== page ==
Thursday, June 11, 2020

Flynn 'pardon': Justice Department committed 'gross abuse of prosecutorial power'

A retired federal judge accused the Justice Department on Wednesday of a “gross abuse of prosecutorial power” and urged a court to reject its attempt to drop the criminal case against Michael T. Flynn, President Trump’s former national security adviser, reported The New York Times.
The arguments in a 73-page brief by John Gleeson, the retired judge and former mafia prosecutor appointed to argue against the Justice Department’s unusual effort to drop the Flynn case, were the latest turn in a politically charged case that now centers on the question of whether Mr. Flynn should continue to be prosecuted. He said Mr. Flynn should be sentenced.
The Justice Department’s intervention last month, directed by Attorney General William P. Barr, came after a long public campaign by Mr. Trump and his allies and prompted an outcry from former law enforcement officials that the administration was further politicizing the department.
Mr. Flynn’s lawyers and the Justice Department have sought to bypass Mr. Gleeson and the federal judge in the case who appointed him, Emmet G. Sullivan. An appeals panel will hear arguments on Friday about whether to dismiss the case without allowing Judge Sullivan to conduct his review of the department’s request to withdraw the charge against Mr. Flynn.
Mr. Gleeson’s brief amounted to a step-by-step dissection of the factual claims and legal arguments the Justice Department put forward last month to justify withdrawing a charge of making false statements that Mr. Flynn had twice pleaded guilty to. Mr. Gleeson said the department’s intervention was an example of the kind of “corrupt, politically motivated dismissals” that judges have the power to guard against.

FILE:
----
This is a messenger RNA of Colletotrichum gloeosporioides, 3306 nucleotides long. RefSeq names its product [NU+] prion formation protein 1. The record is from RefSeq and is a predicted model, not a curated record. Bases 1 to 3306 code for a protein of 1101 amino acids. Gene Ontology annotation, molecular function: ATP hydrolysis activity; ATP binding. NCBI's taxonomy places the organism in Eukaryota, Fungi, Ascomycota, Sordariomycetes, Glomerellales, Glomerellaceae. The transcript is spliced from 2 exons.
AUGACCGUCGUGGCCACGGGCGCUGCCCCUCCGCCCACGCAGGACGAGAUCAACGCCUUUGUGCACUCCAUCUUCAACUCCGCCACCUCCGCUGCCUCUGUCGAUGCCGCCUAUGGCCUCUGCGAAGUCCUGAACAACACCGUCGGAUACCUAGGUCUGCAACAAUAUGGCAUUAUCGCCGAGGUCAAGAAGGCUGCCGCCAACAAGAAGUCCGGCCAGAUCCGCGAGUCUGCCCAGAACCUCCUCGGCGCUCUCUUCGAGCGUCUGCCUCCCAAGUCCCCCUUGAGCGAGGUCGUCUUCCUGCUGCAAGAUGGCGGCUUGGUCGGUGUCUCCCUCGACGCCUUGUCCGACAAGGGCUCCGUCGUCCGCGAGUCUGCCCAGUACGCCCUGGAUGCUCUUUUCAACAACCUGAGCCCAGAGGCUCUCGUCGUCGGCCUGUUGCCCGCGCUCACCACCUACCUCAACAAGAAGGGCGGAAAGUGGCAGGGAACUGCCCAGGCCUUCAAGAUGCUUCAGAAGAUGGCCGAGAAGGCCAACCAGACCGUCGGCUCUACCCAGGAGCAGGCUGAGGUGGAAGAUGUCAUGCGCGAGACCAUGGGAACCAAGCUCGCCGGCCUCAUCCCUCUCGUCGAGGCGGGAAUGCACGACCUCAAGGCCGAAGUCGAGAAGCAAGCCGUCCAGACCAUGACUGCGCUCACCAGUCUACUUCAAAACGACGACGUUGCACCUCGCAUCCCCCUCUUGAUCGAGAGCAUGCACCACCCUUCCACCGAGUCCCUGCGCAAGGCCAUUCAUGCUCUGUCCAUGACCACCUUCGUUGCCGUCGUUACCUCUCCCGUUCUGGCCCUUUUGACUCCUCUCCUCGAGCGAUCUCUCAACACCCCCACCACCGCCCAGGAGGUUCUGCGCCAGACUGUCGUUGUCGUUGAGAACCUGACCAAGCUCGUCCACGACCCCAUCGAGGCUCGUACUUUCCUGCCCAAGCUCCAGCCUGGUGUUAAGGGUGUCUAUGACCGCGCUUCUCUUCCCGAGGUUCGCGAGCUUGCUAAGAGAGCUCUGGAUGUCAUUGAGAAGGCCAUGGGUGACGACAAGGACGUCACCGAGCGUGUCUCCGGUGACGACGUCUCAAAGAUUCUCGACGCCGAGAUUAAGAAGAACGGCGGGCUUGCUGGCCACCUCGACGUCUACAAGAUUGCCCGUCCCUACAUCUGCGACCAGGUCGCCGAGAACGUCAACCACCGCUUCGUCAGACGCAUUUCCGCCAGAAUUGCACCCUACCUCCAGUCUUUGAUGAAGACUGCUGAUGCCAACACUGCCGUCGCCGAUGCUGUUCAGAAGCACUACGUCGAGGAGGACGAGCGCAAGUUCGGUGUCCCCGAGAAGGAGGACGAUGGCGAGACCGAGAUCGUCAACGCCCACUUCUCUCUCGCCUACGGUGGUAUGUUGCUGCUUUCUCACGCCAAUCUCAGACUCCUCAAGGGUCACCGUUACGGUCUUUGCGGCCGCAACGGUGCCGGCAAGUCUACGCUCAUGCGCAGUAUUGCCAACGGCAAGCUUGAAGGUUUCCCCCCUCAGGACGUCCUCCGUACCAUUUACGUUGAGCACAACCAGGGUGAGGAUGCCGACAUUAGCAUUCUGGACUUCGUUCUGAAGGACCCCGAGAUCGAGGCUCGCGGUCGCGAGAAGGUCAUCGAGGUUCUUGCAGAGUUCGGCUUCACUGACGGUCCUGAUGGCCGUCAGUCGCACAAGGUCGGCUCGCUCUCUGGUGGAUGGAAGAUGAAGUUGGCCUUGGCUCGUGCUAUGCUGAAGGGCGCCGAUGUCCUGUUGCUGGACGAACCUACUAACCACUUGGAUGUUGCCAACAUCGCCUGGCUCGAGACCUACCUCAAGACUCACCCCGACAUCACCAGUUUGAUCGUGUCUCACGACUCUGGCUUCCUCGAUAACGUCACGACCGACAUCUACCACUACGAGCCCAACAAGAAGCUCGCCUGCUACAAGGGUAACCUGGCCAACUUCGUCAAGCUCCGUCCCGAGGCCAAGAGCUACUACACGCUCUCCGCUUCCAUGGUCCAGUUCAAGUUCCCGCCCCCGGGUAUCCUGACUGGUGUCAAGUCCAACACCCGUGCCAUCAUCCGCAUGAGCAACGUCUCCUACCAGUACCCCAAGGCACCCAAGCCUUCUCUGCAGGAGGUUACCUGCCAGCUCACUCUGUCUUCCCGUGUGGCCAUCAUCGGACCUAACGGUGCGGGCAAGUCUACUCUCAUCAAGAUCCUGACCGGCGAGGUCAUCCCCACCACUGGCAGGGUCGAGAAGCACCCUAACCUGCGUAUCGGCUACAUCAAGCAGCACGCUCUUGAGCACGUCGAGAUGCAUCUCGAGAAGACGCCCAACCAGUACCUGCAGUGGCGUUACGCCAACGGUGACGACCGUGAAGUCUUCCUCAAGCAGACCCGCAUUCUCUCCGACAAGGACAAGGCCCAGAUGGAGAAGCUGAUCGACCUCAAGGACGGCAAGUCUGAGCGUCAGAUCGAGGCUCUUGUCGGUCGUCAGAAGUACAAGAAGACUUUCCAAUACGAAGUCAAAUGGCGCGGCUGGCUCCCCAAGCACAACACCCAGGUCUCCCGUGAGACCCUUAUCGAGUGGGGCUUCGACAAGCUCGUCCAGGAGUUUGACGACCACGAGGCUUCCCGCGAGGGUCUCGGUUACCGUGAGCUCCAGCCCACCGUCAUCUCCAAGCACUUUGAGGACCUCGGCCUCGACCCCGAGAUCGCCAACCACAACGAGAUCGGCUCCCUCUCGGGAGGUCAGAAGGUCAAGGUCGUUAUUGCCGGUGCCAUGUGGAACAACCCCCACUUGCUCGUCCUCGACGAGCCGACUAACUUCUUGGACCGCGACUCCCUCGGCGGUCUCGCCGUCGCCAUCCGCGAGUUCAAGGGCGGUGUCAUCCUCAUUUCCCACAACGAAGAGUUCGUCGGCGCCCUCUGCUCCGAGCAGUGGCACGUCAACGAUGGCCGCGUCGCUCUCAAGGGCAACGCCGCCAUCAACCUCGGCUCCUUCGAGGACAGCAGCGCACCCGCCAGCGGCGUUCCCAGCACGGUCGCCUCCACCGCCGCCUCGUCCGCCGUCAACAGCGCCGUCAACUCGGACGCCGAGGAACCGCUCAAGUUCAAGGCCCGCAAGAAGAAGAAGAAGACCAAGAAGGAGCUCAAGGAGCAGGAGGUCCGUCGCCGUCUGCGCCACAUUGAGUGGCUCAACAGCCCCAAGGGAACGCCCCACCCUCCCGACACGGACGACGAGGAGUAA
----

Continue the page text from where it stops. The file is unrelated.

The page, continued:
“The reasons offered by the government are so irregular, and so obviously pretextual, that they are deficient,” Mr. Gleeson wrote. “Moreover, the facts surrounding the filing of the government’s motion constitute clear evidence of gross prosecutorial abuse. They reveal an unconvincing effort to disguise as legitimate a decision to dismiss that is based solely on the fact that Flynn is a political ally of President Trump.”
But he also said that Mr. Flynn should not be held in criminal contempt of court for lying under oath when he gave conflicting statements about his actions to Judge Sullivan, a possibility that the judge had raised when appointing Mr. Gleeson last month.
The Justice Department plans to file its response to Mr. Gleeson’s brief in the coming days. But it is not clear whether the judge will get to complete his review and make the final decision. Mr. Flynn’s lawyer, Sidney Powell, and the Justice Department have asked the Court of Appeals for the District of Columbia Circuit to order him to dismiss the case against Mr. Flynn without further review.
They accused Judge Sullivan of abusing his power by appointing Mr. Gleeson to offer counterarguments rather than immediately ending the matter, citing a 2016 opinion by the appeals court that said that the judiciary “generally lacks authority to second-guess” executive branch decisions about whether to charge or drop a case.
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